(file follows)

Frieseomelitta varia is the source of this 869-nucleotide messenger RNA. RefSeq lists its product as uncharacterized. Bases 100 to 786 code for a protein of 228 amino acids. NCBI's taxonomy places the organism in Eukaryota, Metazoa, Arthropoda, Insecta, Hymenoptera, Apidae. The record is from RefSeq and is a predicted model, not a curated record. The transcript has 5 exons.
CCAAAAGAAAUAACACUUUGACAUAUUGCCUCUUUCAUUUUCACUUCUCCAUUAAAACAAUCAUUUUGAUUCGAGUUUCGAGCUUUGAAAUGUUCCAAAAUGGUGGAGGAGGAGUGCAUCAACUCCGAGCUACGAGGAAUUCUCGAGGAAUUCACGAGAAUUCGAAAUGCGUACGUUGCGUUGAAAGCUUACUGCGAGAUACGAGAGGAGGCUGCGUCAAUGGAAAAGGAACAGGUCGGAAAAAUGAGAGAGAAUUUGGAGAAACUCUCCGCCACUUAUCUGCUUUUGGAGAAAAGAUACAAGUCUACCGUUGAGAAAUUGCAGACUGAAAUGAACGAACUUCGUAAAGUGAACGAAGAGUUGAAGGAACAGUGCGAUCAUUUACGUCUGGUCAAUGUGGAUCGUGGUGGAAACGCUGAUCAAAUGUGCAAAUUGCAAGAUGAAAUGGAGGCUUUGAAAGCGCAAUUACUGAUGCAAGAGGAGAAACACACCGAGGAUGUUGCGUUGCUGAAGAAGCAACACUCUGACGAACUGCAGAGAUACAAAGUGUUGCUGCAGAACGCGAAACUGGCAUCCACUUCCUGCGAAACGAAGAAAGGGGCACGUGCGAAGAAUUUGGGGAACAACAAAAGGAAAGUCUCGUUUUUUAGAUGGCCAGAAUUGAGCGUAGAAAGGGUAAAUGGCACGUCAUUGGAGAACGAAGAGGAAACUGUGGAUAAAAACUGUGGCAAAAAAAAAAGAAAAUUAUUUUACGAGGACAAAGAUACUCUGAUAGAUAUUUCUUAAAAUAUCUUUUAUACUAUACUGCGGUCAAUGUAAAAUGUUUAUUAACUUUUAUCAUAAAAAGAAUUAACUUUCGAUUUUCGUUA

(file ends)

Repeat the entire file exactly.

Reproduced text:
Frieseomelitta varia is the source of this 869-nucleotide messenger RNA. RefSeq lists its product as uncharacterized. Bases 100 to 786 code for a protein of 228 amino acids. NCBI's taxonomy places the organism in Eukaryota, Metazoa, Arthropoda, Insecta, Hymenoptera, Apidae. The record is from RefSeq and is a predicted model, not a curated record. The transcript has 5 exons.
CCAAAAGAAAUAACACUUUGACAUAUUGCCUCUUUCAUUUUCACUUCUCCAUUAAAACAAUCAUUUUGAUUCGAGUUUCGAGCUUUGAAAUGUUCCAAAAUGGUGGAGGAGGAGUGCAUCAACUCCGAGCUACGAGGAAUUCUCGAGGAAUUCACGAGAAUUCGAAAUGCGUACGUUGCGUUGAAAGCUUACUGCGAGAUACGAGAGGAGGCUGCGUCAAUGGAAAAGGAACAGGUCGGAAAAAUGAGAGAGAAUUUGGAGAAACUCUCCGCCACUUAUCUGCUUUUGGAGAAAAGAUACAAGUCUACCGUUGAGAAAUUGCAGACUGAAAUGAACGAACUUCGUAAAGUGAACGAAGAGUUGAAGGAACAGUGCGAUCAUUUACGUCUGGUCAAUGUGGAUCGUGGUGGAAACGCUGAUCAAAUGUGCAAAUUGCAAGAUGAAAUGGAGGCUUUGAAAGCGCAAUUACUGAUGCAAGAGGAGAAACACACCGAGGAUGUUGCGUUGCUGAAGAAGCAACACUCUGACGAACUGCAGAGAUACAAAGUGUUGCUGCAGAACGCGAAACUGGCAUCCACUUCCUGCGAAACGAAGAAAGGGGCACGUGCGAAGAAUUUGGGGAACAACAAAAGGAAAGUCUCGUUUUUUAGAUGGCCAGAAUUGAGCGUAGAAAGGGUAAAUGGCACGUCAUUGGAGAACGAAGAGGAAACUGUGGAUAAAAACUGUGGCAAAAAAAAAAGAAAAUUAUUUUACGAGGACAAAGAUACUCUGAUAGAUAUUUCUUAAAAUAUCUUUUAUACUAUACUGCGGUCAAUGUAAAAUGUUUAUUAACUUUUAUCAUAAAAAGAAUUAACUUUCGAUUUUCGUUA